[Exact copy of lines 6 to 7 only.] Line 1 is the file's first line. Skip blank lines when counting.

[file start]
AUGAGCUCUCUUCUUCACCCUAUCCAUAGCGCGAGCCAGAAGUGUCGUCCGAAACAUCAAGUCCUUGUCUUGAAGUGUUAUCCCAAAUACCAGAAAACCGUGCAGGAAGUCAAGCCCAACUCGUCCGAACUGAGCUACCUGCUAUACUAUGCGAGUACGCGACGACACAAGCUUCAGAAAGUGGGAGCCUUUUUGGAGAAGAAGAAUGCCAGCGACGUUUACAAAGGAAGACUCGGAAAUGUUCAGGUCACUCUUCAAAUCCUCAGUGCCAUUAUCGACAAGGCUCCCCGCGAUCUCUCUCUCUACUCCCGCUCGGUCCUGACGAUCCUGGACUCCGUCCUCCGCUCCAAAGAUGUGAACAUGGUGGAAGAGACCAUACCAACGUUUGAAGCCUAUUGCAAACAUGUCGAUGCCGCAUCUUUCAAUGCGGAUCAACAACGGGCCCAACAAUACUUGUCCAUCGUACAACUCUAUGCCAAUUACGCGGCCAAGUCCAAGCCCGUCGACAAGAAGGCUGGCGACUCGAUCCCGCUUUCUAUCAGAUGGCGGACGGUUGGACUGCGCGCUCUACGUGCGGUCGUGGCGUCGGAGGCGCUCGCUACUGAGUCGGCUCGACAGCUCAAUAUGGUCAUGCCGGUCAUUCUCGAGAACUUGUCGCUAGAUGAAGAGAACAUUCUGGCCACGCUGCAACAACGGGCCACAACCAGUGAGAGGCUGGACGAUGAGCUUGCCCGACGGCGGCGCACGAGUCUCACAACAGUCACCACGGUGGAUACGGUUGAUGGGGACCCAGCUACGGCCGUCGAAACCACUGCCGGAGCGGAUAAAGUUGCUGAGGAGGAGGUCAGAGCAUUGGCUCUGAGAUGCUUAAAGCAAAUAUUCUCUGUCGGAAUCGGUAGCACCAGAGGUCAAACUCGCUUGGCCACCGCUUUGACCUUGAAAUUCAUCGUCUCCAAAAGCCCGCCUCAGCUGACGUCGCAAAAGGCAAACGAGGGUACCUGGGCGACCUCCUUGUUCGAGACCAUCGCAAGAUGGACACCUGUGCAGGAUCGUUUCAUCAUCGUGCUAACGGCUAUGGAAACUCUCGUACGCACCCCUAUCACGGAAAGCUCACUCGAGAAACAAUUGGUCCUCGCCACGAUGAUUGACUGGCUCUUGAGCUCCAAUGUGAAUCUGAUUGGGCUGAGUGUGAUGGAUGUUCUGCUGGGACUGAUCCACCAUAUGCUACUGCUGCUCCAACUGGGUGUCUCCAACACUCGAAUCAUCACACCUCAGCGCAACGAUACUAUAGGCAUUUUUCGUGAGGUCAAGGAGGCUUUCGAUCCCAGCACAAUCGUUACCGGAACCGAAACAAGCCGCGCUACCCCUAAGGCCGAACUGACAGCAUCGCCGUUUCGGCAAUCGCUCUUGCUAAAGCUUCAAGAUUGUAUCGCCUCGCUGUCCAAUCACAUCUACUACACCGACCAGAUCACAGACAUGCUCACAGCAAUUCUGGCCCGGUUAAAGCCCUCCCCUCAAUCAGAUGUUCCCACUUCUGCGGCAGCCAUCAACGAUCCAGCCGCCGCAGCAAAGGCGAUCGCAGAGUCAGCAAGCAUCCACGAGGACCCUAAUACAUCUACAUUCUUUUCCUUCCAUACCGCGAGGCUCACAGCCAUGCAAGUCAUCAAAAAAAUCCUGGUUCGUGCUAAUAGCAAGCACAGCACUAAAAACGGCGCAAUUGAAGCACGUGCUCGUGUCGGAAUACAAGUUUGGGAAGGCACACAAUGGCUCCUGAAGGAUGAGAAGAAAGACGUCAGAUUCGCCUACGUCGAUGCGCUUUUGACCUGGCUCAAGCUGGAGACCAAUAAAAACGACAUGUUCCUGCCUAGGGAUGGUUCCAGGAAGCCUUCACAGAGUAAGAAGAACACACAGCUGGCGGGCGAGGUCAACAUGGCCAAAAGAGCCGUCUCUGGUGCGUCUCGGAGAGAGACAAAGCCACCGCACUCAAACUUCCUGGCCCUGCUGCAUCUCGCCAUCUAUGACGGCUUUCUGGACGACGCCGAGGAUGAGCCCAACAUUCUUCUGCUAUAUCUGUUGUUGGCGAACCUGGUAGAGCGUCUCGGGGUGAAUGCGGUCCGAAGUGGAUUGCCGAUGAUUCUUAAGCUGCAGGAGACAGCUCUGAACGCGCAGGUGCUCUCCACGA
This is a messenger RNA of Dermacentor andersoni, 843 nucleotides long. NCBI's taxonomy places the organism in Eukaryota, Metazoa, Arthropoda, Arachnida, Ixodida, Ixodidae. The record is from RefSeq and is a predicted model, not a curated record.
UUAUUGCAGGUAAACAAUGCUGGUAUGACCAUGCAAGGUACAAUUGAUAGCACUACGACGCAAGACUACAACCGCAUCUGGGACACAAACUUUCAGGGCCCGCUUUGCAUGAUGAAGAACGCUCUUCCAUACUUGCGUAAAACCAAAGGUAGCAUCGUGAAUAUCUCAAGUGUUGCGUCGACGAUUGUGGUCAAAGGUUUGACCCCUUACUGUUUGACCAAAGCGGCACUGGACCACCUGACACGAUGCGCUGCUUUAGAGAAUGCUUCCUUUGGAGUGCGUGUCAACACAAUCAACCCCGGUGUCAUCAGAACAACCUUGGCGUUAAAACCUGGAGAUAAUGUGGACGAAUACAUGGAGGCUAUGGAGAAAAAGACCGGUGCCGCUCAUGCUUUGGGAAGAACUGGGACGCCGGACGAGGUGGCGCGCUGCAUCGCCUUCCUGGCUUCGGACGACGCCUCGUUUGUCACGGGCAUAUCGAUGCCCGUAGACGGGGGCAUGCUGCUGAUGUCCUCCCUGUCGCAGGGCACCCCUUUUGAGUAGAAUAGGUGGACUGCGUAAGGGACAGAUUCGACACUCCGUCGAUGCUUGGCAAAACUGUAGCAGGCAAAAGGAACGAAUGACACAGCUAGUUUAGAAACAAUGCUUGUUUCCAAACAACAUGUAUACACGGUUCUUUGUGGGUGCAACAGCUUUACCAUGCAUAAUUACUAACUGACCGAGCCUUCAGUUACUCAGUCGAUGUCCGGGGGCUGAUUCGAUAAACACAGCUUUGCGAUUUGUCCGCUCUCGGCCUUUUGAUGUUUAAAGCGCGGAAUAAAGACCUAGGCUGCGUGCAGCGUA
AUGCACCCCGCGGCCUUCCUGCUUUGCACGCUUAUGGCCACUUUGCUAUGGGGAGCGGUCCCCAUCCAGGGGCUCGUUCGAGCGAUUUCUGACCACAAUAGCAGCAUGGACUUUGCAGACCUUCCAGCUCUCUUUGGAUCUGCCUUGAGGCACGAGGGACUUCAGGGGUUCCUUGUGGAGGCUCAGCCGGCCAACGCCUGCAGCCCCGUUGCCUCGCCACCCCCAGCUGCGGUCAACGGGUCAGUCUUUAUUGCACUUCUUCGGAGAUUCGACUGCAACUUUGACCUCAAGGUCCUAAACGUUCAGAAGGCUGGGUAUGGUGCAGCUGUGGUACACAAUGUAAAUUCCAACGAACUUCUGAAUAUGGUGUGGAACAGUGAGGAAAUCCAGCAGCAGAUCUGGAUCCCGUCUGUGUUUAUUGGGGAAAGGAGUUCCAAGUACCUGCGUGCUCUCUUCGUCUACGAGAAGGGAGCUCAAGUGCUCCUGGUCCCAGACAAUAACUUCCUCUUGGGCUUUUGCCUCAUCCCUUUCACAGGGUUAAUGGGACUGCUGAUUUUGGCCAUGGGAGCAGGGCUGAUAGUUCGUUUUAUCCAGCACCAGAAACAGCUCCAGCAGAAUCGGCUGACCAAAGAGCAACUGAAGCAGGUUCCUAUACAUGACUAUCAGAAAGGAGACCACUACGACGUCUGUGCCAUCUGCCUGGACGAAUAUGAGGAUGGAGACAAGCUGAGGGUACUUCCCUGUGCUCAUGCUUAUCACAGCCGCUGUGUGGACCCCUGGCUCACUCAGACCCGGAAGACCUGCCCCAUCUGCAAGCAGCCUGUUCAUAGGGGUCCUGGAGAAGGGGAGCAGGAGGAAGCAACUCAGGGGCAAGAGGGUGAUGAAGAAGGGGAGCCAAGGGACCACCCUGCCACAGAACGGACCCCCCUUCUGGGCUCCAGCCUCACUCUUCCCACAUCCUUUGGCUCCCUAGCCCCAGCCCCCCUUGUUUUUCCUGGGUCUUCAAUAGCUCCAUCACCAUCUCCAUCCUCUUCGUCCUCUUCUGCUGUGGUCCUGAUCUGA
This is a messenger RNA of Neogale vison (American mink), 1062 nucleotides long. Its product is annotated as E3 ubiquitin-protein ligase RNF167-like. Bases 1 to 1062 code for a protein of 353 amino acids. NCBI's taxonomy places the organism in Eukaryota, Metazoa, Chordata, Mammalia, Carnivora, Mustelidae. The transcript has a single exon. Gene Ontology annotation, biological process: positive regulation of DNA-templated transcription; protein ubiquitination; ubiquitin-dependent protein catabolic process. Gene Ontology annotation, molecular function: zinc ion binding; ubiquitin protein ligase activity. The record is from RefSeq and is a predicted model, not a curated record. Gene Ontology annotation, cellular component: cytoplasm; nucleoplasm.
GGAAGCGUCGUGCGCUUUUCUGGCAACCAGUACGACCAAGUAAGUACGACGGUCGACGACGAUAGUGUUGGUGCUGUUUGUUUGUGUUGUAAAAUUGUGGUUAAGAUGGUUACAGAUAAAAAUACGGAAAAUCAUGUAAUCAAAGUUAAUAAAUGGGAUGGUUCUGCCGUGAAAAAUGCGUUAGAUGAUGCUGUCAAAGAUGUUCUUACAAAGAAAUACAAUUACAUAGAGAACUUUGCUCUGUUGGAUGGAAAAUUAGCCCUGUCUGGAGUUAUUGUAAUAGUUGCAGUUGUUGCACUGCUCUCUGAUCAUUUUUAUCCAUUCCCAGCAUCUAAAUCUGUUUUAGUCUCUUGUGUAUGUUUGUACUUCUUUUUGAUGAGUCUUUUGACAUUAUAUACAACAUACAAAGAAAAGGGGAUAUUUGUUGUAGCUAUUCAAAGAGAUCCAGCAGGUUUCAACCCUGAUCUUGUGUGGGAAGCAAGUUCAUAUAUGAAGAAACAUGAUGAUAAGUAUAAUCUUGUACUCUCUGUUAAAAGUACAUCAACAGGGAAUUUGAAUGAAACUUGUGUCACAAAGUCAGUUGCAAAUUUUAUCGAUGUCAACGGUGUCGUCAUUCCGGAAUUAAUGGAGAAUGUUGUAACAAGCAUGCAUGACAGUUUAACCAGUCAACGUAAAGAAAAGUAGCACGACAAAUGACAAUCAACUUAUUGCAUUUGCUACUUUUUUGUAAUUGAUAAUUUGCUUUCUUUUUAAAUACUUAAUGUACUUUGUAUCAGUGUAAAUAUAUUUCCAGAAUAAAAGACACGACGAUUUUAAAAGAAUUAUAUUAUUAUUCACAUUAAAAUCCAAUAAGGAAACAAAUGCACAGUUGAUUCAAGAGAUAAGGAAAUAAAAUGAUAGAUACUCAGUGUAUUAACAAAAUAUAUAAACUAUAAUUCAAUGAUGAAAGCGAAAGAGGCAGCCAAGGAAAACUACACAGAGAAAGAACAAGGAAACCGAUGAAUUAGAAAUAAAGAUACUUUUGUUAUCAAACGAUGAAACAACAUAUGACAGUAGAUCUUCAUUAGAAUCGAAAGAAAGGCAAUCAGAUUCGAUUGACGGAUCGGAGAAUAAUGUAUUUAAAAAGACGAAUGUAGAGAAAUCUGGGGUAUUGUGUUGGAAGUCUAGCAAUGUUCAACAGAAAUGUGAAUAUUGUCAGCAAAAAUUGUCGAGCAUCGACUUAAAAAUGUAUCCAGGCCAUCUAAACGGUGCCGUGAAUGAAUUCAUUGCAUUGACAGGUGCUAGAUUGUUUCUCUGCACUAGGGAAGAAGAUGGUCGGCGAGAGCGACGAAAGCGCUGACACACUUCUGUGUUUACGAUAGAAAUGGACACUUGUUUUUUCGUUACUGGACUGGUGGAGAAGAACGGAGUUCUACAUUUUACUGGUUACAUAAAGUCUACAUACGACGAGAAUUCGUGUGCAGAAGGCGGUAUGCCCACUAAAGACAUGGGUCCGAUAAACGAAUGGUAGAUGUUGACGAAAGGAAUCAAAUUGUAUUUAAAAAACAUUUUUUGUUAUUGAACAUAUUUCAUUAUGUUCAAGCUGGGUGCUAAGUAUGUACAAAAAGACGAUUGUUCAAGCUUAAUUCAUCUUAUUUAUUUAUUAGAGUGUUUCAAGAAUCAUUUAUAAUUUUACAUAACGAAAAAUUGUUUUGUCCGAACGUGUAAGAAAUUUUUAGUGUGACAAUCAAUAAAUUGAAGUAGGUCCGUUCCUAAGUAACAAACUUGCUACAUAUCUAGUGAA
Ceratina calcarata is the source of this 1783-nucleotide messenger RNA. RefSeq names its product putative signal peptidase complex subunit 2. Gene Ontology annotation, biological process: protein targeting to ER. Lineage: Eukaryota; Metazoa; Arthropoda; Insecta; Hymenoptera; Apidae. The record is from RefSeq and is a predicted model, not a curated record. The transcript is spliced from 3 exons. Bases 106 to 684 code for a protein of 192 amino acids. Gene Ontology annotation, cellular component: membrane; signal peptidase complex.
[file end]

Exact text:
GGAAGCGUCGUGCGCUUUUCUGGCAACCAGUACGACCAAGUAAGUACGACGGUCGACGACGAUAGUGUUGGUGCUGUUUGUUUGUGUUGUAAAAUUGUGGUUAAGAUGGUUACAGAUAAAAAUACGGAAAAUCAUGUAAUCAAAGUUAAUAAAUGGGAUGGUUCUGCCGUGAAAAAUGCGUUAGAUGAUGCUGUCAAAGAUGUUCUUACAAAGAAAUACAAUUACAUAGAGAACUUUGCUCUGUUGGAUGGAAAAUUAGCCCUGUCUGGAGUUAUUGUAAUAGUUGCAGUUGUUGCACUGCUCUCUGAUCAUUUUUAUCCAUUCCCAGCAUCUAAAUCUGUUUUAGUCUCUUGUGUAUGUUUGUACUUCUUUUUGAUGAGUCUUUUGACAUUAUAUACAACAUACAAAGAAAAGGGGAUAUUUGUUGUAGCUAUUCAAAGAGAUCCAGCAGGUUUCAACCCUGAUCUUGUGUGGGAAGCAAGUUCAUAUAUGAAGAAACAUGAUGAUAAGUAUAAUCUUGUACUCUCUGUUAAAAGUACAUCAACAGGGAAUUUGAAUGAAACUUGUGUCACAAAGUCAGUUGCAAAUUUUAUCGAUGUCAACGGUGUCGUCAUUCCGGAAUUAAUGGAGAAUGUUGUAACAAGCAUGCAUGACAGUUUAACCAGUCAACGUAAAGAAAAGUAGCACGACAAAUGACAAUCAACUUAUUGCAUUUGCUACUUUUUUGUAAUUGAUAAUUUGCUUUCUUUUUAAAUACUUAAUGUACUUUGUAUCAGUGUAAAUAUAUUUCCAGAAUAAAAGACACGACGAUUUUAAAAGAAUUAUAUUAUUAUUCACAUUAAAAUCCAAUAAGGAAACAAAUGCACAGUUGAUUCAAGAGAUAAGGAAAUAAAAUGAUAGAUACUCAGUGUAUUAACAAAAUAUAUAAACUAUAAUUCAAUGAUGAAAGCGAAAGAGGCAGCCAAGGAAAACUACACAGAGAAAGAACAAGGAAACCGAUGAAUUAGAAAUAAAGAUACUUUUGUUAUCAAACGAUGAAACAACAUAUGACAGUAGAUCUUCAUUAGAAUCGAAAGAAAGGCAAUCAGAUUCGAUUGACGGAUCGGAGAAUAAUGUAUUUAAAAAGACGAAUGUAGAGAAAUCUGGGGUAUUGUGUUGGAAGUCUAGCAAUGUUCAACAGAAAUGUGAAUAUUGUCAGCAAAAAUUGUCGAGCAUCGACUUAAAAAUGUAUCCAGGCCAUCUAAACGGUGCCGUGAAUGAAUUCAUUGCAUUGACAGGUGCUAGAUUGUUUCUCUGCACUAGGGAAGAAGAUGGUCGGCGAGAGCGACGAAAGCGCUGACACACUUCUGUGUUUACGAUAGAAAUGGACACUUGUUUUUUCGUUACUGGACUGGUGGAGAAGAACGGAGUUCUACAUUUUACUGGUUACAUAAAGUCUACAUACGACGAGAAUUCGUGUGCAGAAGGCGGUAUGCCCACUAAAGACAUGGGUCCGAUAAACGAAUGGUAGAUGUUGACGAAAGGAAUCAAAUUGUAUUUAAAAAACAUUUUUUGUUAUUGAACAUAUUUCAUUAUGUUCAAGCUGGGUGCUAAGUAUGUACAAAAAGACGAUUGUUCAAGCUUAAUUCAUCUUAUUUAUUUAUUAGAGUGUUUCAAGAAUCAUUUAUAAUUUUACAUAACGAAAAAUUGUUUUGUCCGAACGUGUAAGAAAUUUUUAGUGUGACAAUCAAUAAAUUGAAGUAGGUCCGUUCCUAAGUAACAAACUUGCUACAUAUCUAGUGAA
Ceratina calcarata is the source of this 1783-nucleotide messenger RNA. RefSeq names its product putative signal peptidase complex subunit 2. Gene Ontology annotation, biological process: protein targeting to ER. Lineage: Eukaryota; Metazoa; Arthropoda; Insecta; Hymenoptera; Apidae. The record is from RefSeq and is a predicted model, not a curated record. The transcript is spliced from 3 exons. Bases 106 to 684 code for a protein of 192 amino acids. Gene Ontology annotation, cellular component: membrane; signal peptidase complex.